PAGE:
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The Voice of the Black Community


Sexual harassment leaves scars on survivors and society alike
Revelations have long-term impact
Published Thursday, December 14, 2017 7:49 am
by James Ewers

It seems theses days that men are dropping off like flies. Their acts of wrong living have finally caught up with them.

Sexual harassment is nothing new. It just didn’t come on the scene yesterday. Women and some men have been victims of sexual abuse for years and have not fought back. Their voices remained silent while their minds were crying out. It is only in recent years that women have become empowered and emboldened.

I will not visit the past but will go straight to the present. Men like Harvey Weinstein, Kevin Spacey and Bill Cosby used their power to control women and have them to commit acts against their will. It especially pains me to mention Bill Cosby in this negative light because at one point in his career, he was America’s dad.

Many years ago during my graduate school days, I had the opportunity to meet Cosby and play tennis with him. To see his name and his reputation ruined like it has been is sad.

The men I have mentioned probably never thought their acts of sexual misconduct would ever see the light of day. Why?  I believe it was a combination of reasons.

First and foremost, I believe these men exercised great power over their victims. Women were simply too afraid to speak out. Money – and I mean great amounts of money – played a role in keeping some of them quiet. Third, I believe they were so threatened they just didn’t say anything. Fourth, they became introspective and asked the question, who would believe them? Their answer until recently was nobody.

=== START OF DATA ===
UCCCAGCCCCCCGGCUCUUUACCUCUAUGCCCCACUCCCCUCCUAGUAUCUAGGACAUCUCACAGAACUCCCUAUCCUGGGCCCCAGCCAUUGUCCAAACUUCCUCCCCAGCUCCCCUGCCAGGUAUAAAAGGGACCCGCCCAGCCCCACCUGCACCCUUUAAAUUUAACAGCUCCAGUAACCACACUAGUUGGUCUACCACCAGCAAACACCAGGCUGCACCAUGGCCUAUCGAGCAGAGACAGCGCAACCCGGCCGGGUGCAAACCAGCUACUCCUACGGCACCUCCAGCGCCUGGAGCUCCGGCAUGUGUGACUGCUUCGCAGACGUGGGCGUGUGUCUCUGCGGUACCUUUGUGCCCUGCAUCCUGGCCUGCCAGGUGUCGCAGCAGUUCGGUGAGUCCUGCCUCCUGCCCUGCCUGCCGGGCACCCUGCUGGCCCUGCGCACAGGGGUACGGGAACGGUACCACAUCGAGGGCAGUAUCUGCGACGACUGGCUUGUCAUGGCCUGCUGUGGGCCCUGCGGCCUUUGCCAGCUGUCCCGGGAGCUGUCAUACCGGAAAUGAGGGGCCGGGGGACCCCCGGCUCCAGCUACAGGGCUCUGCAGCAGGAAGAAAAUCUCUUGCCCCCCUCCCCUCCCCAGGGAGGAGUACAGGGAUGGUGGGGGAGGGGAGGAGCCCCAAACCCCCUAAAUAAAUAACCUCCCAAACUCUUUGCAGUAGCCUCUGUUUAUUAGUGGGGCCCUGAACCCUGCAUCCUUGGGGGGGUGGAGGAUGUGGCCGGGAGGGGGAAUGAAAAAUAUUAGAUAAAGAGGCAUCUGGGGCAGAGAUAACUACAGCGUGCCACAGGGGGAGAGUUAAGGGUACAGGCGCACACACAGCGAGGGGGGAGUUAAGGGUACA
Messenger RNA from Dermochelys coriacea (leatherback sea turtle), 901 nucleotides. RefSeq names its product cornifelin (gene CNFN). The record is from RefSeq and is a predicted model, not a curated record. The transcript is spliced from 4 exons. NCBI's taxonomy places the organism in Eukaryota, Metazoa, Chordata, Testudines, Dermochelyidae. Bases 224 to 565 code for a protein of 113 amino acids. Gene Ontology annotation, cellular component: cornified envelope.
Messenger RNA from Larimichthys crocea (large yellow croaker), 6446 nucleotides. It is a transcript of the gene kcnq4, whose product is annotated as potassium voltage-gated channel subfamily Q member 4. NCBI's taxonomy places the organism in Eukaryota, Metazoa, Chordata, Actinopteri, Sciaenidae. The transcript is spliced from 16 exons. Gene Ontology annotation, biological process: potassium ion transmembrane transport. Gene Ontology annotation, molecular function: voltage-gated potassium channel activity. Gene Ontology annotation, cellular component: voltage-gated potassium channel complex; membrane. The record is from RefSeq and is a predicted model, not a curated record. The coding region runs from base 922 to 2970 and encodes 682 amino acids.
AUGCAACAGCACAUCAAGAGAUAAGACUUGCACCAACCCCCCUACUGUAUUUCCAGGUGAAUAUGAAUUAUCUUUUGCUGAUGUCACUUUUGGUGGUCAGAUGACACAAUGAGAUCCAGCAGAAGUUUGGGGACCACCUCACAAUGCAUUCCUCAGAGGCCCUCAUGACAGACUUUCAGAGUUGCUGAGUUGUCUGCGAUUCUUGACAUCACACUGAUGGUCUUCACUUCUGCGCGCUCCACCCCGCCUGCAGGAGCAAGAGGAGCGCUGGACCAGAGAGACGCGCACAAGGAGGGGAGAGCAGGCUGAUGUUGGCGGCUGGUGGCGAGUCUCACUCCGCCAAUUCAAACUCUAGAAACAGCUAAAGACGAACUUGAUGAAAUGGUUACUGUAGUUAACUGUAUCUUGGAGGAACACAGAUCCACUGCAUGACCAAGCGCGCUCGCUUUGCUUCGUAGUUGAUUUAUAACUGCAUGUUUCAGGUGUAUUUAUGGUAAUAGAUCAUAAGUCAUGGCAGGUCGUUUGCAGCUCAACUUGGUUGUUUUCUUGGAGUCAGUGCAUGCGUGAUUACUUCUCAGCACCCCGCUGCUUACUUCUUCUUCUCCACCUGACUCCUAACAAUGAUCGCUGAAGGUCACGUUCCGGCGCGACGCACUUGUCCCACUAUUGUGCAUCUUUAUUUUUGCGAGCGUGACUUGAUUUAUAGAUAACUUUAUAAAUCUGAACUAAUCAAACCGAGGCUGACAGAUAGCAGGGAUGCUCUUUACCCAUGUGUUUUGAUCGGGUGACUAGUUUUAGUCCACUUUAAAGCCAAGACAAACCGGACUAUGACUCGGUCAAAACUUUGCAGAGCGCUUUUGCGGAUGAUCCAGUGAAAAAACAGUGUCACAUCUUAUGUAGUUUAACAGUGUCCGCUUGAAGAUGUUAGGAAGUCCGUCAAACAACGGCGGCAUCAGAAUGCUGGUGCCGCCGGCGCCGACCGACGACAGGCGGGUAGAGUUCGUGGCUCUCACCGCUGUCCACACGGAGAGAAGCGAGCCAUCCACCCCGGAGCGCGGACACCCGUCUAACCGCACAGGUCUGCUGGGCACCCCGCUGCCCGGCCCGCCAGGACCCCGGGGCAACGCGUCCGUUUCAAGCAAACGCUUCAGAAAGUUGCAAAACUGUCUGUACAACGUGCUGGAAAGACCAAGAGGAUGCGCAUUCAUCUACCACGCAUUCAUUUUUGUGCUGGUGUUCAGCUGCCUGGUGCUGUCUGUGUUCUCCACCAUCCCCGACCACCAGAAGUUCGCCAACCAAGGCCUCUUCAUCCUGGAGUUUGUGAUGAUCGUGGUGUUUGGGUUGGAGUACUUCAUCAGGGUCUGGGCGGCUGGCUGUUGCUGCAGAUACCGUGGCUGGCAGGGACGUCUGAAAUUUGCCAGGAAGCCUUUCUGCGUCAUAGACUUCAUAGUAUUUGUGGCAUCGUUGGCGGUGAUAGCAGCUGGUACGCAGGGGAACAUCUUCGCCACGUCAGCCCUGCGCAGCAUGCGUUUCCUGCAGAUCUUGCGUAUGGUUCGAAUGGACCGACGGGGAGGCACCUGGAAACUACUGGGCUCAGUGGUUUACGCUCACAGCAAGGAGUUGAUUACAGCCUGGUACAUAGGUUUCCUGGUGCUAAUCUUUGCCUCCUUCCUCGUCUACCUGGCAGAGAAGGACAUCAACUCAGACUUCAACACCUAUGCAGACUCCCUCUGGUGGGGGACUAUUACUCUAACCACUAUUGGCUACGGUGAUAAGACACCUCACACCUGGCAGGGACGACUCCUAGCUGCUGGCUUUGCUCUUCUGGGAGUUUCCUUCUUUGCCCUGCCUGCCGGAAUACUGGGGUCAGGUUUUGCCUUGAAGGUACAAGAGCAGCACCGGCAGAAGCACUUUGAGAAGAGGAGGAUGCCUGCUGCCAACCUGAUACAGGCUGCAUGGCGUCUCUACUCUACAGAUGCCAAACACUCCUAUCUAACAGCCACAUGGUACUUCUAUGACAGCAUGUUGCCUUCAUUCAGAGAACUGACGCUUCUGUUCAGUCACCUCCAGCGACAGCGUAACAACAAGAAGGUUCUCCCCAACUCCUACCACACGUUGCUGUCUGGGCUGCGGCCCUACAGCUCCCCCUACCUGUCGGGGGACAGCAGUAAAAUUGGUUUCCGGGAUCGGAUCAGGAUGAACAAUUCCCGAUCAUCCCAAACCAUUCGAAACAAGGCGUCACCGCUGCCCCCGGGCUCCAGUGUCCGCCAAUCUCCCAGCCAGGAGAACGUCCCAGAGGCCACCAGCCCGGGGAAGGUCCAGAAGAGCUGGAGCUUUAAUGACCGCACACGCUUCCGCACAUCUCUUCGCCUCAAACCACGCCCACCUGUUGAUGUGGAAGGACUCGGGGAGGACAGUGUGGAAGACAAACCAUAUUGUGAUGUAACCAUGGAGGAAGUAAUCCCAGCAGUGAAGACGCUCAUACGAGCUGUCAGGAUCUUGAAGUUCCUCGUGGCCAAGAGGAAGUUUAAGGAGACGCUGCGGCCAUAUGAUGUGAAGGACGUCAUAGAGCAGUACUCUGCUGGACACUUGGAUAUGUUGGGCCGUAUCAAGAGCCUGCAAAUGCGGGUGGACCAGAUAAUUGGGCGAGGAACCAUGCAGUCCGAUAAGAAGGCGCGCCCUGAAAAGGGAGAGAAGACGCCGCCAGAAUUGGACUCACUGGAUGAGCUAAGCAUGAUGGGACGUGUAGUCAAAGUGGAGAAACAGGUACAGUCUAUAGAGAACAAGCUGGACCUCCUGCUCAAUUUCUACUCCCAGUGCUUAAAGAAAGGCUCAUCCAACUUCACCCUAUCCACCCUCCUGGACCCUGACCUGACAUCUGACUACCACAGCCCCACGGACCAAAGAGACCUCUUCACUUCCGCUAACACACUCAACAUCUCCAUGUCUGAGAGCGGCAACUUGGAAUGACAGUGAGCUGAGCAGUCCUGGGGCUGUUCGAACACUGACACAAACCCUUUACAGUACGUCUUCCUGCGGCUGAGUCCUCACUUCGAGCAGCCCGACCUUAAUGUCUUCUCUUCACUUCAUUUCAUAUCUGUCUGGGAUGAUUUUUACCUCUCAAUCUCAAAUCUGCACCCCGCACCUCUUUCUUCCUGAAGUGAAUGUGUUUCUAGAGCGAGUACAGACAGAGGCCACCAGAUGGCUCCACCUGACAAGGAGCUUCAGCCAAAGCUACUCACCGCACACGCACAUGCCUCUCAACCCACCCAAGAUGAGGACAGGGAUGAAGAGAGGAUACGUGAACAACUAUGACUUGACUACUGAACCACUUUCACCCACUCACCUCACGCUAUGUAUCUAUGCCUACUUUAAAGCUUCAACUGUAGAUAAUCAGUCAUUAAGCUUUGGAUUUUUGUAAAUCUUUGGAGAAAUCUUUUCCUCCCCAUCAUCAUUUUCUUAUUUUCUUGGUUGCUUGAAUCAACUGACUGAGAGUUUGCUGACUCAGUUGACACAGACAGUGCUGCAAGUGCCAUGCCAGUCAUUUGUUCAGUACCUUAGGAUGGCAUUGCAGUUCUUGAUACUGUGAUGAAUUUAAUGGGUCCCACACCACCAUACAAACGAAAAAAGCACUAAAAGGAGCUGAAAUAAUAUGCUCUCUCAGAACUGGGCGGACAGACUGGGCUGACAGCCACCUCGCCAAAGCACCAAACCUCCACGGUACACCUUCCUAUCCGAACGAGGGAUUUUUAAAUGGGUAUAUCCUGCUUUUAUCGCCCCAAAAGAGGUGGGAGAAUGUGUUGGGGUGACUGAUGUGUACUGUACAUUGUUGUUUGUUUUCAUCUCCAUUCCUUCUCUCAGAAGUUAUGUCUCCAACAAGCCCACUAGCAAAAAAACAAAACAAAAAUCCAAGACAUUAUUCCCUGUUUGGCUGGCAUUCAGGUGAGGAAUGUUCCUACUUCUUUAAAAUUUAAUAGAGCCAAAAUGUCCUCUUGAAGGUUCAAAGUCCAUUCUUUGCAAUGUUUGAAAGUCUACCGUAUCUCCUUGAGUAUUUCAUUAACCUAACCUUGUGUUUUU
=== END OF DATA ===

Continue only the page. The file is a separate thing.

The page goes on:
While there are other reasons, I believe the above-mentioned reasons were certainly in the mix.

The past few weeks have brought about apologies from men who have been called out and made ashamed. Former comedian and now U.S. Sen. Al Franken apologized to former model and now radio talk show host, Leann Tweeden. Just days ago, CBS fired newsman Charlie Rose because of his inappropriate behavior with women.

These two men recognized they were the problem. Did they apologize because they got caught? Yes.

Now we come to men who steadfastly refuse to apologize and they admit no wrongdoing. Let us start with Roy Stewart Moore, the former judge who was removed from the Alabama Supreme Court for not upholding the United States Constitution. He is now running for the U.S. Senate seat and has been accused of lewd behavior by several women.

Despite these comments from women, Moore admits to nothing. This has been his constant refrain. His wife is standing by her man in this scandal that is threatening his election bid. Do you think Moore is guilty of sexually assaulting women? Based upon the information I have read and listened to, I believe he is guilty. There are a lot of people who share my opinion. The polls are getting closer between Moore and Doug Jones, the Democratic candidate. Who wins? We will just have to wait and see.

The topic of sexual assault was given a lot of attention by the 45th president of the United States. Mr. T has been in denial for years even though countless women have come forward. Mr. T has always maintained his innocence.

Sexual wrongs have followed him into the White House and is his everyday companion. He sides with Moore simply because he says he didn’t do it. It is clear Mr. T lives in a world of denial.

There are men and women of both parties asking about the impeachment process, some silently but asking nonetheless. Many Republicans are greatly disappointed in his lack of presidential character and integrity. He just doesn’t have it and it is too late for him to get it.

Women and men are speaking out daily against sexual assault and abuse. Cases and charges against men and some women have only just begun. Our society is inching closer to equal rights and greater respect for women. Coalitions of men and women must band together to stamp out this vile element that has long plagued our world. Work places for women cannot be places where they are afraid and intimidated.

Respect for each other starts in our homes and in our schools. Respect and civility must be the rule and not the exception.

We can change this crude behavior. When we do, we will reap the rewards and our places and spaces will become better.

James Ewers is a Winston-Salem native and Johnson C. Smith University alumnus. He lives in Ohio.


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